Wednesday, April 15, 2009

Your Federal tax burden eased

Although people complain much about taxes, the fact is that, for taxpayers in most income groups, the share of their income going to Uncle Sam is close to their lowest levels in decades.

That may not be very comforting for people who filed their IRS returns this spring, but facts are facts, and the Center on Budget and Policy Priorities laid them out blandly in a report on April 14.

Take a median-income family of four. It paid only 5.9 percent of its income in federal income tax in 2007, slightly higher than the 2003 all-time low of 5.3 percent. In fact, that family’s tax rate was lower in 2007 than in any year between 1956 and 2002.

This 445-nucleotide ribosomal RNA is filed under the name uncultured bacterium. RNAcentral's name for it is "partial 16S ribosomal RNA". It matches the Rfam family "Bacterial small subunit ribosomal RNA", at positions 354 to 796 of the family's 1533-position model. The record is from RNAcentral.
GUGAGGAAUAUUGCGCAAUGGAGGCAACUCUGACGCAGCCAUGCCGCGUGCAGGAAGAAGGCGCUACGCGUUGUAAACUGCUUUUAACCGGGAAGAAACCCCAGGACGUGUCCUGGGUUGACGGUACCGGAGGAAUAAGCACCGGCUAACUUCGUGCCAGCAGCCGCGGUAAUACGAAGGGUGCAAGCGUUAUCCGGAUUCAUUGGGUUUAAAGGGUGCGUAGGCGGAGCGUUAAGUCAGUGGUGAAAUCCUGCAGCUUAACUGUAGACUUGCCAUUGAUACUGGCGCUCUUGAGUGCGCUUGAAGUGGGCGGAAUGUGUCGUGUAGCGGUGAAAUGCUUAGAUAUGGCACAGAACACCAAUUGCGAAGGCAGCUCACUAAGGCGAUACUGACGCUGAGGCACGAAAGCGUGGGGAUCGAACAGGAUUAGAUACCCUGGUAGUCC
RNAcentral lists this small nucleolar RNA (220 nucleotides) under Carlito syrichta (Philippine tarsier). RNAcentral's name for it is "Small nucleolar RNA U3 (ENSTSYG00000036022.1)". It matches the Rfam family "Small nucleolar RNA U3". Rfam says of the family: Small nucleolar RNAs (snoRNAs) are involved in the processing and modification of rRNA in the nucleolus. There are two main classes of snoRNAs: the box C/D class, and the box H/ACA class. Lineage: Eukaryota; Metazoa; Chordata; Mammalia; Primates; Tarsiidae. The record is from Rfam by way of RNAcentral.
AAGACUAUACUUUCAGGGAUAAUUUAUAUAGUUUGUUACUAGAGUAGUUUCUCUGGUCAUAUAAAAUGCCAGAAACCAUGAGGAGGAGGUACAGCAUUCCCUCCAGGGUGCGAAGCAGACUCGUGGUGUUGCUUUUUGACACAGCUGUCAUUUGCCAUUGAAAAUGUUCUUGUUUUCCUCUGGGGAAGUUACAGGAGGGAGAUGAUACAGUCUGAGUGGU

Of course, the highest-income households fared better, and those at the top of the pyramid are faring much better. For example, in 2010, when the 2001-2008 tax cuts are fully in effect, households with annual incomes of more than $1,000,000 a year will receive tax reductions averaging $168,000, whereas households in the middle fifth of the income distribution will average $1,150.

The Center on Budget and Policy Priorities is an equal opportunity collector and interpreter of vital national statistics. This report draws on, analyzes, and updates data from the Treasury Department, the Congressional Budget Office, the Brookings Institution, the Tax Policy Center, and other sources, including groundbreaking work on income inequality by two economists, Thomas Piketty and Emmanuel Saez.

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